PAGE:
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Reborn as a Demonic Tree – Chapter 70: One Man Killing Machine Bahasa Indonesia

“What is that thing heading toward us, young master?” A nervous servant of the early Soul Fire realm tentatively asked one of the Winterwrath scions.

The man with wild white hair heaved the greatsword he had used to cleave a portal in half over his shoulder. All around him were frozen roots that had wiggled their way through the earth.

Upon his servant’s words, the scion’s eyes drifted to the mountain, and he squinted at a large creature scuttling down its side.

Due to the lack of light and the fact the monster had some veil around it that was masking its presence, all he could see was a large shadow.

“A monster of some kind? It doesn’t look human at all.” The man wondered aloud, and the servant beside him agreed.

“I think so as well, young master. We should flee while we still can—”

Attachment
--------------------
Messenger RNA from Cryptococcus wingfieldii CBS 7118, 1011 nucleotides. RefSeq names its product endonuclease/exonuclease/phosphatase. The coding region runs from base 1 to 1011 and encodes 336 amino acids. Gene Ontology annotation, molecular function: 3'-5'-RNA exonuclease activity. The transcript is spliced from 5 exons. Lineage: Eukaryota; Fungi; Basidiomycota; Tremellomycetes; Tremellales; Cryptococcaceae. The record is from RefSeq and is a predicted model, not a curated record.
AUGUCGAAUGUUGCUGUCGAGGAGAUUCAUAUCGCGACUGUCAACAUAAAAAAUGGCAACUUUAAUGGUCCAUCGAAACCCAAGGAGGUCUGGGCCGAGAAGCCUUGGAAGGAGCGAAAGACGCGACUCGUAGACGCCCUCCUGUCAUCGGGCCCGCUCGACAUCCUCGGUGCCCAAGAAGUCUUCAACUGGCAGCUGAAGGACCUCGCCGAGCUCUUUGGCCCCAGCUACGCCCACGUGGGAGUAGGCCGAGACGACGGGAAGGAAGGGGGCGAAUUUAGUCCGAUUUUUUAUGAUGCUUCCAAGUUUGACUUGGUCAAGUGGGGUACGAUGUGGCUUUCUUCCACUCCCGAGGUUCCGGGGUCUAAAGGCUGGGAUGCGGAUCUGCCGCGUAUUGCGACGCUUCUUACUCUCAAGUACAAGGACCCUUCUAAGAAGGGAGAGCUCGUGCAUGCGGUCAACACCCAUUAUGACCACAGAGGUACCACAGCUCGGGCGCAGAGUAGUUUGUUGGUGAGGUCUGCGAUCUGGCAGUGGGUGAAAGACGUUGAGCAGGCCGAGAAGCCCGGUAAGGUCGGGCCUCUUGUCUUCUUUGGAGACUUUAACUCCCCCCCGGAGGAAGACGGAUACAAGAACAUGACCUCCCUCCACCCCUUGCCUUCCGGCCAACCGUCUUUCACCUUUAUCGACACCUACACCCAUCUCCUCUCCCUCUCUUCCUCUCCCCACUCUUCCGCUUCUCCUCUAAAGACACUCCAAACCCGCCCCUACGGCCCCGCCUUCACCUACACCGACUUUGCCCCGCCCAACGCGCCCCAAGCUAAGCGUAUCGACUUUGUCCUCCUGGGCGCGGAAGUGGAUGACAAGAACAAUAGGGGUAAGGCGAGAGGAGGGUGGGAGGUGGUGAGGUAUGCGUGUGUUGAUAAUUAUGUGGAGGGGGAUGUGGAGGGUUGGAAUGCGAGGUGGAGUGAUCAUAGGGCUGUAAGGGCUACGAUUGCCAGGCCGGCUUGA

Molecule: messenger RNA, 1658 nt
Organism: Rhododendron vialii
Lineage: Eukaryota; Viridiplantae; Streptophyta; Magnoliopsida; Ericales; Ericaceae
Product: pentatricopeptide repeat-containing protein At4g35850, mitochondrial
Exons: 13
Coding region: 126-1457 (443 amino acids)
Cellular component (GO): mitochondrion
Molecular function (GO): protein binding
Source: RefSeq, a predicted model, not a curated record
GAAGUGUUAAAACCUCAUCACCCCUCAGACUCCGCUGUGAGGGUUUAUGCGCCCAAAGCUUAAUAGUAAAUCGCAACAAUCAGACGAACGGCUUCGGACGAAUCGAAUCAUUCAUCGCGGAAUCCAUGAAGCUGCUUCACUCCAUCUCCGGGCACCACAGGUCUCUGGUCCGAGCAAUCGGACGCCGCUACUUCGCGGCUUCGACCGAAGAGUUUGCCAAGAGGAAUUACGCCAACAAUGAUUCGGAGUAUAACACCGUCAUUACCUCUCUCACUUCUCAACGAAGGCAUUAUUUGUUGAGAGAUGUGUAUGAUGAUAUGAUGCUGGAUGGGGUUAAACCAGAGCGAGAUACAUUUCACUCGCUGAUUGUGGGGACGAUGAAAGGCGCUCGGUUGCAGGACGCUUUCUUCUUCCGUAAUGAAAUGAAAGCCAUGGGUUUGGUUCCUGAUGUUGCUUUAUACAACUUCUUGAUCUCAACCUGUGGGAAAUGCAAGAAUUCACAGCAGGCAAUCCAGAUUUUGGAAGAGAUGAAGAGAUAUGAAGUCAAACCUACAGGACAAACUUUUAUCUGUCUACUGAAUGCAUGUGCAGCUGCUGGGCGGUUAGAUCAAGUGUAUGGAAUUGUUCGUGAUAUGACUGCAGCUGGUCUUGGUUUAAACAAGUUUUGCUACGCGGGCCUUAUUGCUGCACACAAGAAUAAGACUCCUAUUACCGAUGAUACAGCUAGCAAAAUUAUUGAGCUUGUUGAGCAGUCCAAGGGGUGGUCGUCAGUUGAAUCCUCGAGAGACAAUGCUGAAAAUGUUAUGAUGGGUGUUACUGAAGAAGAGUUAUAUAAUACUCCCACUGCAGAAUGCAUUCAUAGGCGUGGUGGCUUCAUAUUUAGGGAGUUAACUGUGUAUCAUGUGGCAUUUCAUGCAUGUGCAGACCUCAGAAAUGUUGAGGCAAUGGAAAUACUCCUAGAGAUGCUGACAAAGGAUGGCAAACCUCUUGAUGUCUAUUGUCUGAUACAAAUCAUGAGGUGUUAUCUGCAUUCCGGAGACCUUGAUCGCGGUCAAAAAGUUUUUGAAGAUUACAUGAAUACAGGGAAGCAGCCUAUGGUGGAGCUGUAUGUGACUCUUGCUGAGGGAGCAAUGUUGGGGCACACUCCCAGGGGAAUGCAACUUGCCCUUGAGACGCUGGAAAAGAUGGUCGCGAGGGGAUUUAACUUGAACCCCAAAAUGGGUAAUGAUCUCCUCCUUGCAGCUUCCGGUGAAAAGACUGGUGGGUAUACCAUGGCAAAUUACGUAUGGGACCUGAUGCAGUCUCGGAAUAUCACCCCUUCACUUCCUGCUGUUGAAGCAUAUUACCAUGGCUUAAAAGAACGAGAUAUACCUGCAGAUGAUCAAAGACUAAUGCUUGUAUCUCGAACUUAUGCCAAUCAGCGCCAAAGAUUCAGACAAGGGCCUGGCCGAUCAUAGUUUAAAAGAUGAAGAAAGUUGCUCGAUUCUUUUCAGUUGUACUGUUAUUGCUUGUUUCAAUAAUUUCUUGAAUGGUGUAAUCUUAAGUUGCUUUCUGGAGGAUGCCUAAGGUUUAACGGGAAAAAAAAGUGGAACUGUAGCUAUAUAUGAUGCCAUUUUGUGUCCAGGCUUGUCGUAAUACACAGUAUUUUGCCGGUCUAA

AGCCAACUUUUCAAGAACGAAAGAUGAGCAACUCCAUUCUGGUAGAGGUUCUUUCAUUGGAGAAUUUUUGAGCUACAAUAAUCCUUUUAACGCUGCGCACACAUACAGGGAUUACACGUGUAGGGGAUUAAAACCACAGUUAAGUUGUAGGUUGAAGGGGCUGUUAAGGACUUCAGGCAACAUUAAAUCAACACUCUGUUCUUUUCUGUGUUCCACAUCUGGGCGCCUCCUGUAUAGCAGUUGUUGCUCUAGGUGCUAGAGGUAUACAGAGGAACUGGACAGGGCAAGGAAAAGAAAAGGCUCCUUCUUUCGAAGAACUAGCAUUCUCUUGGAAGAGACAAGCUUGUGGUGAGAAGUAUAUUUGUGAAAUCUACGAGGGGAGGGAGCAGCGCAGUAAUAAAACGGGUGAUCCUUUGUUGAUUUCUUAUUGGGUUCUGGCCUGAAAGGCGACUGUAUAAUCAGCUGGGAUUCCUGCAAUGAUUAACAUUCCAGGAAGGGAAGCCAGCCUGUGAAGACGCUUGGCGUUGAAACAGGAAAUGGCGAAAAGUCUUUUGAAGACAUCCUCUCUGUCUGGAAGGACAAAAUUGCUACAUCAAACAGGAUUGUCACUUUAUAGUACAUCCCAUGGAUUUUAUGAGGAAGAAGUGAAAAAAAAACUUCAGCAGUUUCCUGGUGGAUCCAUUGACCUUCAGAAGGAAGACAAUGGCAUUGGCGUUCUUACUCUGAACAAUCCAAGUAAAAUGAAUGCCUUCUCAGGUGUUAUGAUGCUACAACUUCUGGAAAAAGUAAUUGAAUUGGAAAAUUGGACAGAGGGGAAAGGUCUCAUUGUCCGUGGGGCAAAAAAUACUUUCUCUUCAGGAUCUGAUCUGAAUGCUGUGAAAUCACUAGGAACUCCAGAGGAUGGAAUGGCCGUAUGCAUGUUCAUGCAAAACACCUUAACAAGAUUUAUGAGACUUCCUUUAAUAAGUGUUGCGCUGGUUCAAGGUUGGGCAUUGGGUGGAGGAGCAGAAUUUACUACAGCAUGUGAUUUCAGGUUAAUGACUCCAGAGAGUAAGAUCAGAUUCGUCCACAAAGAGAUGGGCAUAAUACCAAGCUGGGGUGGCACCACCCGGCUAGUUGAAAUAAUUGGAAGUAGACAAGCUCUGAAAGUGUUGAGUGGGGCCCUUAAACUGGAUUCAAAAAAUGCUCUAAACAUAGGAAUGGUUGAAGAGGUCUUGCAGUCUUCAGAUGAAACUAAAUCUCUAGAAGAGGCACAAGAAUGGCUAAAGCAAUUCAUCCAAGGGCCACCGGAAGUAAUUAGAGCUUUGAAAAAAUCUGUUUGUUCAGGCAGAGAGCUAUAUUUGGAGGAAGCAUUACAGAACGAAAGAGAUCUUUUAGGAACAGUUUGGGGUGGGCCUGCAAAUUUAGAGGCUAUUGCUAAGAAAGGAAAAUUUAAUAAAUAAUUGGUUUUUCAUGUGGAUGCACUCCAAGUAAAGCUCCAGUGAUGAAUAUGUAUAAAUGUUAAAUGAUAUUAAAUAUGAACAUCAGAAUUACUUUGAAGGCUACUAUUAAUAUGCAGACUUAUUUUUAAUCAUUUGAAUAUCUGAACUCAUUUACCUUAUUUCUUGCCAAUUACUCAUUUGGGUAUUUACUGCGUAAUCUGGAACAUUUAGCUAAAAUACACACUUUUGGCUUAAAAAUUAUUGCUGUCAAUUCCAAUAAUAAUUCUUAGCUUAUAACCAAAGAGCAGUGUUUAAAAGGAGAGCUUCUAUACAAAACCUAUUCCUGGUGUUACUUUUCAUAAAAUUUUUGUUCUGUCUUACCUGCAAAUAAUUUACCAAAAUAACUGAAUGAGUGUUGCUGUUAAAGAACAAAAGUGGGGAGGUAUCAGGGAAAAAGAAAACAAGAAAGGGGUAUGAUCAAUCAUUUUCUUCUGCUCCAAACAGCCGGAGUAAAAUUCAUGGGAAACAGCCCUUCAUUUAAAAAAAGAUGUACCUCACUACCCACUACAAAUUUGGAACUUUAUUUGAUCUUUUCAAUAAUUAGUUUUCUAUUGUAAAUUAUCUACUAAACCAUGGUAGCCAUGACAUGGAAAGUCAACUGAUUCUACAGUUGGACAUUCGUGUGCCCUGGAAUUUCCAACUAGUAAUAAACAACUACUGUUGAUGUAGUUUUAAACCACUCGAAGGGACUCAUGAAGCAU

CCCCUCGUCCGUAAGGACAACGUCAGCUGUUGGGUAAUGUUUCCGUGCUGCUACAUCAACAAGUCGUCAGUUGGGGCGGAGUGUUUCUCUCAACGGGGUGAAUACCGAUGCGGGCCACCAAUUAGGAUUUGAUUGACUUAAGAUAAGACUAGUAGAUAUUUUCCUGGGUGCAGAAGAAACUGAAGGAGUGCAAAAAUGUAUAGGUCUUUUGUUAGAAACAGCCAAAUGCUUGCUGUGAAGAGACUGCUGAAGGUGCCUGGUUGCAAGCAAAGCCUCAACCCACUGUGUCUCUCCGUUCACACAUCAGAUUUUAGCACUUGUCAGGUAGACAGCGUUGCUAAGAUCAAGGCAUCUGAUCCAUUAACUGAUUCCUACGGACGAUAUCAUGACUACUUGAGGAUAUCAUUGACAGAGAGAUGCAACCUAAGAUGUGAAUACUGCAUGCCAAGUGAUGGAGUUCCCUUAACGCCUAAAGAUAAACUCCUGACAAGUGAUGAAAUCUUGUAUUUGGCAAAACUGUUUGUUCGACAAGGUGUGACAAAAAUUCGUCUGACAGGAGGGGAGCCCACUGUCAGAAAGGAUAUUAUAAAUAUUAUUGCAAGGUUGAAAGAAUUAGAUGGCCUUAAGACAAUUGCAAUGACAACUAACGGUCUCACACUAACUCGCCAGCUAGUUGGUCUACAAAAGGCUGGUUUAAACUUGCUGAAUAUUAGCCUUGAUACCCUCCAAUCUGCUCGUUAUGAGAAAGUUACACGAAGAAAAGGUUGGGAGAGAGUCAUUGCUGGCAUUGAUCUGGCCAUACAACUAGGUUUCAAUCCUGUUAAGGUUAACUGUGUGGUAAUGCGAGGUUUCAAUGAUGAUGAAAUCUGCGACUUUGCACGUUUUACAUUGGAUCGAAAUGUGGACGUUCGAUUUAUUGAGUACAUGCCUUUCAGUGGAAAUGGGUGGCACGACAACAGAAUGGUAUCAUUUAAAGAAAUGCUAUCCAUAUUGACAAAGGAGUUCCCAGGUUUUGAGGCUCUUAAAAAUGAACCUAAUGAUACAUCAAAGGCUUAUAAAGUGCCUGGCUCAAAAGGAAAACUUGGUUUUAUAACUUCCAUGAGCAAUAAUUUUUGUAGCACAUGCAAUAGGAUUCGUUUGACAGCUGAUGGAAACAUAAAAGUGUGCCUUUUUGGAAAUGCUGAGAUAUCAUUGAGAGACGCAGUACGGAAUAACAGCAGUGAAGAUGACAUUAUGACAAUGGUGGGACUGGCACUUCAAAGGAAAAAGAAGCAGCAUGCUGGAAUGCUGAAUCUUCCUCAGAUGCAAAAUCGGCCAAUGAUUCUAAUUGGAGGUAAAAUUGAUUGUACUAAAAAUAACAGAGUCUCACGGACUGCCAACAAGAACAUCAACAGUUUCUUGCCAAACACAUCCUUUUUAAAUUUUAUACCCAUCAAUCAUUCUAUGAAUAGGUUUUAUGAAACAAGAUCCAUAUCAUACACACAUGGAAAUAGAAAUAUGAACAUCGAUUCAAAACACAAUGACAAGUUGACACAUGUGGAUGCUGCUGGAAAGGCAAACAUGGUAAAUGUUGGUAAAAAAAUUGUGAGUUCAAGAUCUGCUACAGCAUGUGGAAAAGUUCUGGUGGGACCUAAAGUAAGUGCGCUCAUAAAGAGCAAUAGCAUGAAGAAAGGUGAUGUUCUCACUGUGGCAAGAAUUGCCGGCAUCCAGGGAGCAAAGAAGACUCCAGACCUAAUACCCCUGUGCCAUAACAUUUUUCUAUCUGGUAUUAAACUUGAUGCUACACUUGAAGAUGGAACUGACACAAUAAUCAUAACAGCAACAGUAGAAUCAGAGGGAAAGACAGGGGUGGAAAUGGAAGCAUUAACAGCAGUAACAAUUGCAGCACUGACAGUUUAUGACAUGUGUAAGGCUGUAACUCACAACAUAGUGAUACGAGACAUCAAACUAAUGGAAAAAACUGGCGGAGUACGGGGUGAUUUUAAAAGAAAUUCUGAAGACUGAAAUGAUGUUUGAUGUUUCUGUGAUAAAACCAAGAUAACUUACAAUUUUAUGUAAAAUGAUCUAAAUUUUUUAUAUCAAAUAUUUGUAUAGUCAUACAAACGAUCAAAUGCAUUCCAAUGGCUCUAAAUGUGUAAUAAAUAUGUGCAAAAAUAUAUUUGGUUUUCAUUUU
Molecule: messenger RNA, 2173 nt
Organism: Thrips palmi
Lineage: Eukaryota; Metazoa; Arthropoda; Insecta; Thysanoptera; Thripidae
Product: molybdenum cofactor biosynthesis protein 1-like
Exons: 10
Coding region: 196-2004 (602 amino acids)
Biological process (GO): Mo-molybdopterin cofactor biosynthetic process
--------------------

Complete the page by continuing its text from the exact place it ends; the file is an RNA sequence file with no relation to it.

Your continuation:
“Flee?” The man looked over his shoulder at his servant and showed him a toothy smile, “Now, why would we do that? Do you see the other scions running with their tails between their legs like skittish beasts?”

“N-no, young master, but did you not see the heavens opening, and then this large monster appears? To fight a monster from a higher realm would be a death sentence!”

The man rolled his eyes and began to walk toward the mountain, “You and I both know the heavens have been out of reach for a long time. So there’s no reason for someone—monster or man—to come down here, even if they could.”

“Young master is wise but—”

“There will be no buts.”

The man pointed his great sword at the approaching beast, and white flames roared to life across his skin that caused the surrounding air to freeze and snowflakes to cascade around him.

“I smell an opportunity here. Tristan Evergreens’ sudden ascension overshadowed the Winterwrath family, but I will become the new hope of the Winterwraths!”